- Teslas with lithium phosphate iron (LFP) batteries help bring down vehicle cost
- These batteries can be found in some of Tesla’s standard-range models
- The upcoming Tesla Semi is also likely to have an LFP battery option
As per Elon’s Master Plan Part 3 released earlier this year, Tesla is moving its compact and midsized vehicles’ power to LFP (Lithium-Iron-Phosphate) batteries. Compared to ‘traditional’ NCA (Nickel-Cobalt-Aluminium) or NCM (Nickel-Cobalt-Manganese) batteries, an LFP-powered EV has some key differences that could influence a buying decision, so it’s worth knowing what you’re getting into with any current or future Tesla you’ve got your eye on.
Tesla’s nickel-cobalt based battery cells have been powering the S, 3, X, and Y models since their inception, but the move in 2020 towards LFP batteries was part necessity and part evolutionary.
Thanks to the supply chain issues of the last few years surrounding nickel and cobalt, the development and use of LFP batteries has gained traction, and not only with Tesla, but other mainstream EV manufacturers too such as Ford, BYD and Nio.
Which Tesla models have LFP batteries?
The Model S will continue to have NCA batteries, offering high energy density and long range capability.
The standard 2023 Model 3 with RWD has an LFP battery, capable of 272-mile range. The Model 3 Long Range with AWD and Model 3 Performance both have NCA batteries with greater range capability (333 and 315 miles respectively).
The Model X will continue to have NCA or NCM batteries.
Model Y Teslas available for the US market doesn’t have LFP batteries… yet. But they’re coming. The standard range Model Y available in China is already powered by LFP battery cells, and it looks like Tesla will follow suit in North America soon enough.
What about Tesla’s commercial and in-development models?
At Tesla’s Cyber Roundup for shareholders in May 2023, Musk teased two new Tesla EVs in development, with silhouetted images suggesting that development of a sub-$25k compact Tesla is moving forwards. While nothing has been announced just yet, its fair to assume given previous statements made by Tesla, that when it does arrive, this compact hatchback will have an LFP battery. The return of the Tesla Roadster is currently scheduled for 2024, and is expected to have Tesla’s 4680 battery (nickel-cobalt-manganese).
Not the Cybertruck though right?
That’s right, no it won’t. The Cybertruck will need that high-density nickel-based battery to deliver the planned-for range and payload capability of the single, dual, tri, and quad motor Cybertruck versions.
And the Semi, surely not?
Tesla does plan on producing a LFP battery truck, the Semi Light. Shocked? The range will be less at 300-miles (which is still impressive) in comparison to the 500-mile range of the standard Semi. Both meet a need that’s out there for commercial fleets — the longer range capability of the Semi or a longer life-span with the Semi Light.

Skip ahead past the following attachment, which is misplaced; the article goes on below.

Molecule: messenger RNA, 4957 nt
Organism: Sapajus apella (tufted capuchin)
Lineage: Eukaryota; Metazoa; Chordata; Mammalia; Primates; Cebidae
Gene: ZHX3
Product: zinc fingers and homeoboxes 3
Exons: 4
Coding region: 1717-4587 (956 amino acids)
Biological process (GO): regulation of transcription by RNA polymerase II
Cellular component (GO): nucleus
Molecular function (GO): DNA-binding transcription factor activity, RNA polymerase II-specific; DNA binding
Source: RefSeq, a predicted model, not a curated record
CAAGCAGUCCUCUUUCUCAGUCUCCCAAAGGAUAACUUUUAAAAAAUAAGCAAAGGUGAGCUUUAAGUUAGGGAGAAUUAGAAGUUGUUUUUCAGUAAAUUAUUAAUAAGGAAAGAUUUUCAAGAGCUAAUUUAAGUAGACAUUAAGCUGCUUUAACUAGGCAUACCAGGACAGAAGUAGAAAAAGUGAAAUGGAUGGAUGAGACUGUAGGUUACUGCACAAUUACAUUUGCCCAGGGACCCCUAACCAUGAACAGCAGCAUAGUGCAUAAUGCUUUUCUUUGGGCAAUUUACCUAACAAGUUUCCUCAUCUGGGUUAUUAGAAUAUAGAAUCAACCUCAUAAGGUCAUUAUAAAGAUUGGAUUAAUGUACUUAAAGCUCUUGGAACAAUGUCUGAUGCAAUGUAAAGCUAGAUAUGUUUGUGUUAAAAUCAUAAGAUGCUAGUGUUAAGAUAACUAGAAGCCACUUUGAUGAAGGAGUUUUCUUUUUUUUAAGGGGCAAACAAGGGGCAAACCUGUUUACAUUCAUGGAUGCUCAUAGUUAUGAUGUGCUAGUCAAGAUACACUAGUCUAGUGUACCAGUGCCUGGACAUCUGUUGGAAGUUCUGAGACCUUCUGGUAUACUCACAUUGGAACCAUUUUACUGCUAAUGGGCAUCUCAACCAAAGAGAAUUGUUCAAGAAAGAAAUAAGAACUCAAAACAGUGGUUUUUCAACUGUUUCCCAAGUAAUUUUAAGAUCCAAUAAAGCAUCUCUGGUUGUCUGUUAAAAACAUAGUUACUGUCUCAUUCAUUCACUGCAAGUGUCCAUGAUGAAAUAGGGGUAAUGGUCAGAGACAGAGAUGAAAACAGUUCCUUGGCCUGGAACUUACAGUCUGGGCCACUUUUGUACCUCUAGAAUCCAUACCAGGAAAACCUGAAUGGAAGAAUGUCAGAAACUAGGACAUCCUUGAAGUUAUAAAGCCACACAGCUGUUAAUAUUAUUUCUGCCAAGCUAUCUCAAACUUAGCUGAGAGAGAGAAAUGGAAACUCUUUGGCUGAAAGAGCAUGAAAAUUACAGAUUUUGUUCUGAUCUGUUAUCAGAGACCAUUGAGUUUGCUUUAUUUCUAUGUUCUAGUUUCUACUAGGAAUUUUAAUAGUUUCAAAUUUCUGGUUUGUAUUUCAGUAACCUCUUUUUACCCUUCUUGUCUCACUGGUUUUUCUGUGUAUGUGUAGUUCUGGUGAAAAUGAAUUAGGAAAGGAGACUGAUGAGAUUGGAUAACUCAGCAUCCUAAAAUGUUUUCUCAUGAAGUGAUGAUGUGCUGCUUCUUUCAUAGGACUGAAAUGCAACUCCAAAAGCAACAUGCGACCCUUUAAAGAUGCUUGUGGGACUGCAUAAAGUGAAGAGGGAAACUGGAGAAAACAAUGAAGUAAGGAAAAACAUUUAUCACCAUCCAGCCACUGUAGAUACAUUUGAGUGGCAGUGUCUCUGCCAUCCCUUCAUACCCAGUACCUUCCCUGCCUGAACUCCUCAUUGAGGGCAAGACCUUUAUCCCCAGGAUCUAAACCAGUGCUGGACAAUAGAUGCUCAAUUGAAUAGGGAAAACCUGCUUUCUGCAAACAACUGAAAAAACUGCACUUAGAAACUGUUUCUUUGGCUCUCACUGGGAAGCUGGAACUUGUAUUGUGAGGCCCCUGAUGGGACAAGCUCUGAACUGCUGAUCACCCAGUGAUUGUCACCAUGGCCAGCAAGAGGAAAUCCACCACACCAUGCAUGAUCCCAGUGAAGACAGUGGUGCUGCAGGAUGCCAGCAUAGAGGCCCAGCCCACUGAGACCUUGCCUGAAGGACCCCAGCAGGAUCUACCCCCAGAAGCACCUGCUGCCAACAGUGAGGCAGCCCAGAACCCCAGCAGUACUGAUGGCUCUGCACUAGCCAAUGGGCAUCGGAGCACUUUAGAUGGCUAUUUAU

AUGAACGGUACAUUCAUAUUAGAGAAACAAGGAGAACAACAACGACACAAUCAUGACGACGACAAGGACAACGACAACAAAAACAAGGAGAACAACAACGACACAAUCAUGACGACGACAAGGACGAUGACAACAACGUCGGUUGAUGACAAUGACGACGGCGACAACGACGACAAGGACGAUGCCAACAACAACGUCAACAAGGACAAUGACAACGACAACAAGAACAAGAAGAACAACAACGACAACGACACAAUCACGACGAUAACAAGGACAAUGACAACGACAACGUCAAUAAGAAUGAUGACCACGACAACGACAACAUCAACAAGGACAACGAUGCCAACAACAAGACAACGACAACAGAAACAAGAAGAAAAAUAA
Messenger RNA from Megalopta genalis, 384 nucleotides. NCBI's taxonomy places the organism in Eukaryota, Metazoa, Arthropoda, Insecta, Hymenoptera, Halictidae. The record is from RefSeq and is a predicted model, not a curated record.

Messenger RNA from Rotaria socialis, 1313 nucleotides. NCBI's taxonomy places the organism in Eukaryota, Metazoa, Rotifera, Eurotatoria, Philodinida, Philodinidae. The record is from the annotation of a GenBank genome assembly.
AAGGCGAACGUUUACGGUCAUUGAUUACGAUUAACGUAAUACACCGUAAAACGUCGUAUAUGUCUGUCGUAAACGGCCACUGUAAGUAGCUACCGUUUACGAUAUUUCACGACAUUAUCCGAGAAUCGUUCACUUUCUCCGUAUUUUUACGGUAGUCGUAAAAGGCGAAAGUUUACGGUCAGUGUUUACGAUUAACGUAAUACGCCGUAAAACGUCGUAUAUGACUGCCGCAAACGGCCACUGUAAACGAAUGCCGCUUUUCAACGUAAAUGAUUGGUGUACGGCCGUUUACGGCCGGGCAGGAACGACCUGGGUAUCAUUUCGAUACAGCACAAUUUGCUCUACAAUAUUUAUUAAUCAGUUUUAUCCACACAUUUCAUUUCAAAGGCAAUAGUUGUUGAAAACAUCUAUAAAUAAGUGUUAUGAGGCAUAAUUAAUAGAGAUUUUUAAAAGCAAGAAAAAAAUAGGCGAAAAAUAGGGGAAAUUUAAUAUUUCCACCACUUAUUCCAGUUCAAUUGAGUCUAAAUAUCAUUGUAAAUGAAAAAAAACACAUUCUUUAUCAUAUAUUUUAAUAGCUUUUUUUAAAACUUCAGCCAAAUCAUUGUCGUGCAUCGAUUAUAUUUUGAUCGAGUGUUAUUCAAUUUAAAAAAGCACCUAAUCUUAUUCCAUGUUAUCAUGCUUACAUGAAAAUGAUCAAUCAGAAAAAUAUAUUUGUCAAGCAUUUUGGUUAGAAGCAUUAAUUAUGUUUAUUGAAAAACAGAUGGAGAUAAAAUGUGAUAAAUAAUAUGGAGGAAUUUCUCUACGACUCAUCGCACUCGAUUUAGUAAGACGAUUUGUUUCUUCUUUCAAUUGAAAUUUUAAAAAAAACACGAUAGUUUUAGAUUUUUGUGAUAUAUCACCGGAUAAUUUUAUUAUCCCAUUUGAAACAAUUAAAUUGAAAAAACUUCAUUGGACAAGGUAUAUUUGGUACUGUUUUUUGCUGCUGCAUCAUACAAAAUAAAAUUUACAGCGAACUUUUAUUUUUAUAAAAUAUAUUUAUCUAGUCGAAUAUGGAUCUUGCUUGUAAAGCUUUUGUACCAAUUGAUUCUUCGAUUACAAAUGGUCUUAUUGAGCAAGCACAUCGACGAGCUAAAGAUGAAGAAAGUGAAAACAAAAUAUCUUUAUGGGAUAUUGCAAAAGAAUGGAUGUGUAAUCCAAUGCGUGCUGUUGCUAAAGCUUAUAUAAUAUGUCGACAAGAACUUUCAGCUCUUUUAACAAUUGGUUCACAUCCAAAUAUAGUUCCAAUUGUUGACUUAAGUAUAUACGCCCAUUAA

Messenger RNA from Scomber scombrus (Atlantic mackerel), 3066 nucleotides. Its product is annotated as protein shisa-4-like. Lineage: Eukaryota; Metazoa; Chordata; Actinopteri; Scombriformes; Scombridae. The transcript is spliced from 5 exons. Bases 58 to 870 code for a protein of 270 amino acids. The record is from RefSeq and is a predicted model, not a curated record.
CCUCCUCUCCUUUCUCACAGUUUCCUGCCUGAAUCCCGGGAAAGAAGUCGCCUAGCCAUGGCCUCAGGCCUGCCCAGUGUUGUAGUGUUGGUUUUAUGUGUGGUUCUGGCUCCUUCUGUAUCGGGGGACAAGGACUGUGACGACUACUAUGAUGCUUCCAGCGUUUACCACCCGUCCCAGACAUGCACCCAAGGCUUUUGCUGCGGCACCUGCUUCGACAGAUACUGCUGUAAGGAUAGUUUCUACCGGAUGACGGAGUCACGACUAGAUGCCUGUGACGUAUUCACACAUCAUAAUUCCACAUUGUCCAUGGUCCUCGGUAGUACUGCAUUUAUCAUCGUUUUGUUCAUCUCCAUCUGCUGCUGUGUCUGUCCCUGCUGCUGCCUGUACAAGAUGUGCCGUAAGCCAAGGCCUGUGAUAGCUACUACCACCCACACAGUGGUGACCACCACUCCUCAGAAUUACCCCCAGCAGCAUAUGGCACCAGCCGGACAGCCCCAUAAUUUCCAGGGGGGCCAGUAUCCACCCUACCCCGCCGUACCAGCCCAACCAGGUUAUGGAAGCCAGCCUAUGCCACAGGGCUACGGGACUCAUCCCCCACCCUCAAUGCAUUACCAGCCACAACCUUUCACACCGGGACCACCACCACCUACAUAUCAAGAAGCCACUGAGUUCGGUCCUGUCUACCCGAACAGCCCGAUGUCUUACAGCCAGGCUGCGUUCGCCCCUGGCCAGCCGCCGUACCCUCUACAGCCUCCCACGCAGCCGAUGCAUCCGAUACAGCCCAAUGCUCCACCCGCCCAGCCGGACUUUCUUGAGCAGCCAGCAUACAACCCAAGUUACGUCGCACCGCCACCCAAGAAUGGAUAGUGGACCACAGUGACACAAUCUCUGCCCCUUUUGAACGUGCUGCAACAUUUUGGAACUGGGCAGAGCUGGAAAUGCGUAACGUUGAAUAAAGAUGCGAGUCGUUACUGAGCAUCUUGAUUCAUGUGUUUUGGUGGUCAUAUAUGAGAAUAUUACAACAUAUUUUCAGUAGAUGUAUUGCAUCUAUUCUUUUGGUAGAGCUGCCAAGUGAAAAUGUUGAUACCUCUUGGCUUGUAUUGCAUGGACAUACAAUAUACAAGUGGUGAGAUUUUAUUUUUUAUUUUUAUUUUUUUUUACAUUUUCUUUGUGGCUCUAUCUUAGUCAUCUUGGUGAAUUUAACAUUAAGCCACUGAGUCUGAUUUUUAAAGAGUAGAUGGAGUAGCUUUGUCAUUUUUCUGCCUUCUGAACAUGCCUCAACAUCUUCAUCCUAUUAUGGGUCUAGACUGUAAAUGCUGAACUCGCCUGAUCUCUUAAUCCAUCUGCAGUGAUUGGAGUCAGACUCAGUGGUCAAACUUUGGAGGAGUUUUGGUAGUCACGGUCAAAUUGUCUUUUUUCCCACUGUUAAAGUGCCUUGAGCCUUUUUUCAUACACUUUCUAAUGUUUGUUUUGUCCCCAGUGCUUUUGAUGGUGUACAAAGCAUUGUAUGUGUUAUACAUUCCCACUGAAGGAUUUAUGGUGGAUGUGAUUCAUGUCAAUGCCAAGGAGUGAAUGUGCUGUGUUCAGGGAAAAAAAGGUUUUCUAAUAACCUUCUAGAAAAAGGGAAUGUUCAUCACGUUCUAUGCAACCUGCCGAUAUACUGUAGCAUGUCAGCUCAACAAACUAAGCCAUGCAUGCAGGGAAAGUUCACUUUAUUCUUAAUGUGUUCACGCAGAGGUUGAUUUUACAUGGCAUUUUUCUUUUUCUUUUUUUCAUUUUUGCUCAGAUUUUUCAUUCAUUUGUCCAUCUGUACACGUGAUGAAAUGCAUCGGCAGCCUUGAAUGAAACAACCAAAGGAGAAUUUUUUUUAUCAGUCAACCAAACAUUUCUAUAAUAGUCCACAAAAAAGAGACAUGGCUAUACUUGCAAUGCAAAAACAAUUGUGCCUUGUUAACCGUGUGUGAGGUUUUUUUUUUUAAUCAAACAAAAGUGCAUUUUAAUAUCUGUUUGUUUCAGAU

What are the benefits of LFP batteries?
LFP batteries are cheaper to manufacture, since they avoid those high demand/low supply compounds nickel and cobalt. This is great for Telsa’s bottom line — as well as their delivery ambitions — and great for their customers too, who are seeing ticket prices come down accordingly.
The chemistry of an LFP battery is more robust than NCA or NCM cell batteries. For owners and manufacturers alike that means less concerns about self-heating battery states that could result in thermal runaway — meaning they’re reducing the likelihood of fire.
Testing indicates that a typical LFP battery is capable of cycling through 3000 full recharges. By comparison, batteries with a nickel-cobalt base chemistry manage 1000 to 2000 full recharge cycles. For owners, battery performance is less likely to degenerate in your lifetime with the vehicle, and when it comes to trading up, Teslas with LFP batteries are an attractive selling point in the used EV marketplace.
Teslas with LFP batteries won’t produce the same kind of long range performance as the NCA or NCM models.
Cold weather performance
No one really likes cold weather, do they? LFP battery cells are particularly sensitive to cold weather conditions, so your maximum range capability is likely to be affected more than with a NCA or NCM battery.
Tesla is doing what it can to bring prices down for consumers and the introduction of LFP batteries into some its standard range models is a great step in the right direction.
SOURCE | IMAGES: TESLA
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